CVS’ trademark receipts have long stunned consumers at the checkout line, and they’ve been well documented on social media feeds. One shopper recently used a receipt as Christmas garland to decorate her car, tweeting “May your life be as long as a #CVSreceipt.”

Harnessing digital technology is a big part of Merlo’s vision for CVS Health.

With the $69 billion acquisition of Aetna, the pharmacy giant aims to turn its stores and retail clinics into a kind of neighborhood health hub where prescriptions and services are seamless.

Already, customers can use the company’s mobile app to make appointments at its clinics, access telemedicine visits and renew prescriptions.

Watch: What’s with those CVS receipts?


Company: cnbc, Activity: cnbc, Date: 2018-12-05  Authors: berkeley lovelace jr, bertha coombs, source
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Harvard Crimson appointing this student as its editor is a big deal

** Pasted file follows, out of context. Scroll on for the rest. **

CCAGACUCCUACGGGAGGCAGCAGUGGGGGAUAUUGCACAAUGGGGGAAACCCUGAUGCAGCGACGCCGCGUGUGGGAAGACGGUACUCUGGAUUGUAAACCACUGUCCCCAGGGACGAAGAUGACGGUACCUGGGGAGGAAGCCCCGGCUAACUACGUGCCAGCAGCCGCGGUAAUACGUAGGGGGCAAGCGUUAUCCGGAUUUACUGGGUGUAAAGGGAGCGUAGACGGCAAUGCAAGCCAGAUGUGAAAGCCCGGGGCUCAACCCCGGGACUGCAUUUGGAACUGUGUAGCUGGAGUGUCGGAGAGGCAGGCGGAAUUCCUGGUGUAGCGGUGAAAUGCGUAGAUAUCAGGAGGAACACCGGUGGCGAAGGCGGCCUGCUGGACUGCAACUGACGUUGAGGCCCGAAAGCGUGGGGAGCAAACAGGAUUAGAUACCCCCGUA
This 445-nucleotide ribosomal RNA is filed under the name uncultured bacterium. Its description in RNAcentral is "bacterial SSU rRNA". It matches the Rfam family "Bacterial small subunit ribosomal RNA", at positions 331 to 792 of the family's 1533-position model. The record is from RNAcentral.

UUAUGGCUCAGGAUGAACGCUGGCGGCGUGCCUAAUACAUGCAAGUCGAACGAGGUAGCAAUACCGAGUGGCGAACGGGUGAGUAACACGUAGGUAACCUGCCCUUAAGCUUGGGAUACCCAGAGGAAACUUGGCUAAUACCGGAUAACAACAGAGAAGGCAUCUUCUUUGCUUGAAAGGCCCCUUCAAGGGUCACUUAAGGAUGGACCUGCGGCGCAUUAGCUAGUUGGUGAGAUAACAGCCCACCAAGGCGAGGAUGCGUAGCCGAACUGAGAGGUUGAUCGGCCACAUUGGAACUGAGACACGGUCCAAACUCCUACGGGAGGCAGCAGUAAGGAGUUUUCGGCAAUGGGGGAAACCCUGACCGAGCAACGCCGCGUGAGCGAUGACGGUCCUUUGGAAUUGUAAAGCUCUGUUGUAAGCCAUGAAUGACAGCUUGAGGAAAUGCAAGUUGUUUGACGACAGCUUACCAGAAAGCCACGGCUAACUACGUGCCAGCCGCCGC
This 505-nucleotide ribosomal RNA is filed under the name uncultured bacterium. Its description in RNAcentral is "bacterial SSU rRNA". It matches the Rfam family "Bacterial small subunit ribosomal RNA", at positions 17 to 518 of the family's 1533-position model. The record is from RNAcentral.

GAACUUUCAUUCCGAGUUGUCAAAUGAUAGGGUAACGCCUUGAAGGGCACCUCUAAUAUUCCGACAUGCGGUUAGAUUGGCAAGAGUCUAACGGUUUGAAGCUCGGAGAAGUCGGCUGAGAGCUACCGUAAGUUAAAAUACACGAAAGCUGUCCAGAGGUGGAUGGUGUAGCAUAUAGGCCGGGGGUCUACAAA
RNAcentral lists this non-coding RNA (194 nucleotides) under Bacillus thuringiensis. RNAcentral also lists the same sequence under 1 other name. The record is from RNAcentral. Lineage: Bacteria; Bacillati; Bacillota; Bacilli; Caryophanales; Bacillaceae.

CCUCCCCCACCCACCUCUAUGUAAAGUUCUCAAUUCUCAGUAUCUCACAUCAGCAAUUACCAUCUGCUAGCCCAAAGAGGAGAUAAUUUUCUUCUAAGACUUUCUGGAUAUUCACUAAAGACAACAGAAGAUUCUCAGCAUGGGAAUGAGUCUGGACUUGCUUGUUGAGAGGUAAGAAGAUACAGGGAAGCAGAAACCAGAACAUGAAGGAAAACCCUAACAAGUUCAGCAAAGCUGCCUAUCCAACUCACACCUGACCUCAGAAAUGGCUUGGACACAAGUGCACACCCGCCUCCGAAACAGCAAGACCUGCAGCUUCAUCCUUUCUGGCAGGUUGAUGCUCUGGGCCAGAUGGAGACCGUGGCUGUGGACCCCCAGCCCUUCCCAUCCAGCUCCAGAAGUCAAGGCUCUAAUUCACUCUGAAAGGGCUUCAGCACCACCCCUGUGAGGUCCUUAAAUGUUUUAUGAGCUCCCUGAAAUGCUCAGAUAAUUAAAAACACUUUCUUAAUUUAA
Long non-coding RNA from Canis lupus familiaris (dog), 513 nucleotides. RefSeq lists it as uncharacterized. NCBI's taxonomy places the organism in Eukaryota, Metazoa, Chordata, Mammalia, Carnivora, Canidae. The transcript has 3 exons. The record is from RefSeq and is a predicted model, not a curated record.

For the first time in The Harvard Crimson’s 145-year history, a black female editor will lead the esteemed student paper. Guillaume will also be the third black president to lead the organization since its founding in 1873. At Harvard, Guillaume has covered topics like immigration, diversity and leadership at the ivy league institution. While The Crimson has historically been predominantly white and male, minority underrepresentation is a widespread issue throughout the news sector. When Guillau


For the first time in The Harvard Crimson’s 145-year history, a black female editor will lead the esteemed student paper. Guillaume will also be the third black president to lead the organization since its founding in 1873. At Harvard, Guillaume has covered topics like immigration, diversity and leadership at the ivy league institution. While The Crimson has historically been predominantly white and male, minority underrepresentation is a widespread issue throughout the news sector. When Guillau
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Company: cnbc, Activity: cnbc, Date: 2018-11-27  Authors: ruth umoh, boston globe
Keywords: news, cnbc, companies, president, women, editor, appointing, student, paper, harvard, guillaume, big, black, leadership, crimson, editors, lead, deal


Harvard Crimson appointing this student as its editor is a big deal